Isolation and questioning the notion of belonging and the nature of loneliness has been at the forefront of my mind as the startling shift in the social-political climate of our world continues to divide and isolate us; our fourth annual Perception Festival is our direct response. Ten arresting productions, staged over the course of three weeks are performed by dynamic artists and theatre companies; Edgar Allen Poe’s The Pit and the Pendulum is transformed by Oxford based Creation Theatre into something sharply relevant for a modern audience, Volcano Theatre Company’s Macbeth: Directors Cut and Scott Turnbull’s The Smog scrutinize isolation in its many different guises, and I welcome the uncompromising voice of theatre-maker Damilola ‘DK’ Fashola and award-winning poet and playwright Katie Bonna with Fragments of a Complicated Mind and The Real Deal.
Riding high on the success of our 2017 Offie-winning winter production, associate artist Tessa Bide and Soap Soup Theatre present a magical world of grumpy giants and everlasting winter in a contemporary retelling of Oscar Wilde’s beloved short story The Selfish Giant.
This November marks our 5th anniversary. Since opening our doors I have been especially proud of our commitment to developing the theatre-makers of tomorrow. Through our scratch night Engine Room, we have offered over fifty artists dramaturgical support, free rehearsal space and an invaluable platform to present original work. Investing our knowledge and resources in the next generation of theatre makers is also at the heart of our new initiative for young people Routes. I look forward to the next five years continuing this work and presenting unforgettable theatre that’s yet to be discovered.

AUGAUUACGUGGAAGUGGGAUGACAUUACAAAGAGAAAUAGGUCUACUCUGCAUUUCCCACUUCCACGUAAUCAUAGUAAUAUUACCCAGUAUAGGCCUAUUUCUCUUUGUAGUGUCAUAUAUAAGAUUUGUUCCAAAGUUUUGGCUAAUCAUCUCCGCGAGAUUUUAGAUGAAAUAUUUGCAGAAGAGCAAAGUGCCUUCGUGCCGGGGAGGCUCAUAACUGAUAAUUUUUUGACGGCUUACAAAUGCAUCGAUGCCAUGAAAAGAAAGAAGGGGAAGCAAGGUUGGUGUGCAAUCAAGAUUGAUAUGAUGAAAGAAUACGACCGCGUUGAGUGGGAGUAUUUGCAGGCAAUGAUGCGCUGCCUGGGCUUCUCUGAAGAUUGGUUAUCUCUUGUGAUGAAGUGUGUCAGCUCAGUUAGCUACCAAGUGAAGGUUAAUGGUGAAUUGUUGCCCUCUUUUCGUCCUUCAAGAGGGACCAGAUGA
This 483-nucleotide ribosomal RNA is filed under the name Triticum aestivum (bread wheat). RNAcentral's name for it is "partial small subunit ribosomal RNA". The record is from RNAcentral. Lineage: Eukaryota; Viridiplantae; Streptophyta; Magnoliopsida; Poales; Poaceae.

By Federico García Lorca
Adapted by George Richmond-Scott
Tue 4 – Sun 23 Sep, Tue-Sat 7.30pm, Sun 4pm. For Ages 12+, £16, £13 Conc.
Celebrated Spanish dramatist Federico García Lorca’s 1932 folk tragedy is deftly pulled into sharp focus in this dark and seductive re-imagining.
“Think it’ll get better? You know it’s a lie.
We’re burning up inside and it’s destroying us both.”
What happens when it’s too late to escape - then you open the door and run?
Will fate cut you down? Will you ever breathe easily again?
Lorca’s classic tragedy is transported to modern day London. This contemporary adaptation of passion and vendetta explosively blends grit, fate and claustrophobia, with a streak of dark humour.
Told in a bold physical style with original live music and movement, the play also explores cultural divisions and the power of community.
Truth and oil always come to the surface…
To Have To Shoot Irishmen
Presented by Almanac Arts
A new play with songs by Lizzie Nunnery
2 Oct –20 Oct, Tue-Sat 7pm, Sun 4pm. For Ages 12+, £16, £13
‘Could peace come after? After what? Who will we be?’
Easter morning, 1916. Gunshots ring out in the Dublin streets.
In her suburban sitting-room Hanna prepares for revolution.
While Frank walks through the crowds calling for peace, John walks through his nightmares of the trenches and sees a city soaked in blood.
18-year-old William fearfully reports to the barracks for duty, determined to serve the British army with honour. But can honour survive the chaos of conflict, and once unleashed can violence ever be contained?
Inspired by true events, this absorbing production weaves movement and live folk song into a stirring tale of militarism, corruption and the power of rebellion.
Produced in association with Liverpool Irish Festival
By Owen McCafferty
Presented by Strange Fish Theatre Company
9 Oct – 27 Oct, £16, £13